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Attorney General of Virginia

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Commonwealth of Virginia
Office of the Attorney General

Mark Herring
Attorney General

202 North Ninth Street
Richmond, Virginia 23219


For media inquiries only, contact:  
Charlotte Gomer, Director of Communication
Phone: (804)786-1022 
Mobile: (804) 512-2552
Email: This email address is being protected from spambots. You need JavaScript enabled to view it.


RICHMOND – Attorney General Mark R. Herring issued the below statement celebrating the removal of the Lee statue:


“Today is a momentous day in Virginia’s history,” said Attorney General Herring. “For over 130 years, the Lee statue has stood as a daily reminder of a racist past, but that past does not define the Virginia of today, or the Virginia of tomorrow. It is time to use our public spaces to tell the Commonwealth’s full story and to tell it truthfully.



“Symbols matter, and with the removal of the Lee statue, the Commonwealth takes an essential step on its journey towards becoming more open, fair, welcoming, and just for everyone. I have been dedicated to removing the Lee statue from its place of prominence and it is incredibly rewarding to see it finally come down. I want to thank my team for their incredibly hard work on this case, as well as Governor Northam for his leadership.”


For over a year, Attorney General Herring has been dedicated to removing the Lee statue. In June 2020, following Governor Northam’s decision to take down the statue, Attorney General Herring filed a notice in the Lee statue lawsuit in Richmond Circuit Court that he “intend[ed] to defend the Governor’s decision and ensure the removal of this divisive relic.” In July 2020, he filed a brief defending the removal of the state-owned Lee statue and asked the Court to dissolve the injunction that was in place barring the removal of the statue, and later that month, he and his team presented arguments to Richmond Circuit Court Judge W. Reilly Marchant. On October 27, 2020, Richmond Circuit Court Judge W. Reilly Marchant ruled in favor of Attorney General Herring in finding that the Lee statue’s removal was lawful, but the ruling was stayed pending appeal.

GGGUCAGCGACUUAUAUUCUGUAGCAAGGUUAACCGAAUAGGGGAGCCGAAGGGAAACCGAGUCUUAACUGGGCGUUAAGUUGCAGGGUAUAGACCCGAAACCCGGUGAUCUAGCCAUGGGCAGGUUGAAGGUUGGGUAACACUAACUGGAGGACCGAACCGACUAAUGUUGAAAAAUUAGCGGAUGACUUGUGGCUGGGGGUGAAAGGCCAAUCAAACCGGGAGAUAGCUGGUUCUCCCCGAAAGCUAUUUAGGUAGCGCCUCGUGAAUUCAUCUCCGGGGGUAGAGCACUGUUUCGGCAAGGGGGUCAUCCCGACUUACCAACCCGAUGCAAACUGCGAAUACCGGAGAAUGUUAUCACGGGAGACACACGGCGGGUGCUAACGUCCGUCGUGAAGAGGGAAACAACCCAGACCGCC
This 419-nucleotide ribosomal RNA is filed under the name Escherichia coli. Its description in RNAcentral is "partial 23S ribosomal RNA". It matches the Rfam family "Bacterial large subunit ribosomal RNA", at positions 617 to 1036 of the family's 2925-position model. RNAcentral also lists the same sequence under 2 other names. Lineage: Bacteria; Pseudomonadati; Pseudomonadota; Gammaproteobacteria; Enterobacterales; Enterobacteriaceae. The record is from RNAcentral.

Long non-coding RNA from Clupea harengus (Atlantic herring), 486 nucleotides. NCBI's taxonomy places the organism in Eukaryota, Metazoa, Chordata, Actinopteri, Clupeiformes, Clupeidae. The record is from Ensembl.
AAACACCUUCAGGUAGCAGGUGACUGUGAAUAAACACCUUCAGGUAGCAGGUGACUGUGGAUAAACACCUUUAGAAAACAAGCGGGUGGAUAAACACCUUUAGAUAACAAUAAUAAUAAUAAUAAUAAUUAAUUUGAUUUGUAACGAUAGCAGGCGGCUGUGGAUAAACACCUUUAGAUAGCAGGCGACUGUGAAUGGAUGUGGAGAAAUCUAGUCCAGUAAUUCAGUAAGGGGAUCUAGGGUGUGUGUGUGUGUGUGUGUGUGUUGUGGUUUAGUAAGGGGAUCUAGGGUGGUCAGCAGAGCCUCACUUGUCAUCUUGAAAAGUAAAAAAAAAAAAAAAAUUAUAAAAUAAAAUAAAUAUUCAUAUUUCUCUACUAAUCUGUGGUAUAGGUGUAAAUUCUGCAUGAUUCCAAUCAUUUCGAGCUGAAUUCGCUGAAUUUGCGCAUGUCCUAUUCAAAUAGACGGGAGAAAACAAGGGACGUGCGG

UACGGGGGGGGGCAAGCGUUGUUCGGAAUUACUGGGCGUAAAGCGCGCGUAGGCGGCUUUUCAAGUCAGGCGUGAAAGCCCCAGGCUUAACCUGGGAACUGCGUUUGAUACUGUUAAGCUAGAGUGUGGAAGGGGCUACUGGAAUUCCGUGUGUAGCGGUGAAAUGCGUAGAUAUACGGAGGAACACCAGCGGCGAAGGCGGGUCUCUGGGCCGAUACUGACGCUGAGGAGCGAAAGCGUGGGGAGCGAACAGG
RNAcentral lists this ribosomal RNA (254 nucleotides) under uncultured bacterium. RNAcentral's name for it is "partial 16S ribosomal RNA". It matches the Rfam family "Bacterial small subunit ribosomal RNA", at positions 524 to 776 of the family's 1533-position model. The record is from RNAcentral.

In January 2021, the Plaintiffs who were fighting to keep the state-owned Lee statue up appealed the lower court’s ruling, and later that month, Attorney General Herring asked the Supreme Court of Virginia to reject this appeal. He also asked SCOVA, if they chose to hear the appeal, to do so as quickly as possible. In April 2021, Attorney General Herring filed a brief asking the Supreme Court of Virginia to uphold the Richmond Circuit Court’s ruling that removal of the Lee statue is lawful and to dissolve the injunction that was preventing the Commonwealth from taking the state-owned statue down. At this time, several amicus briefs were also submitted in support of Attorney General Herring’s efforts to remove the statue. On June 7, 2021, Attorney General Herring and his team presented arguments to the Supreme Court of Virginia about why the injunction should be dissolved and the state-owned Lee statue should be removed once and for all.


During his term, Attorney General Herring has taken numerous steps to remove racist Confederate iconography from public spaces. He has long called for the removal of Confederate monuments and repeal of the law that protected these monuments, and this session his team worked on the legislation to repeal it. In September 2020, Attorney General Herring filed an amicus brief asking the Supreme Court of Virginia to lift an injunction that was preventing Charlottesville from removing city-owned Confederate monuments. He also worked to allow Norfolk to remove a Confederate monument, helped remove a Confederate flag from city property in Danville, wrote an opinion that facilitated the renaming of Jefferson Davis Highway in parts of Northern Virginia, and won a court case to remove the Confederate battle flag from Virginia license plates.


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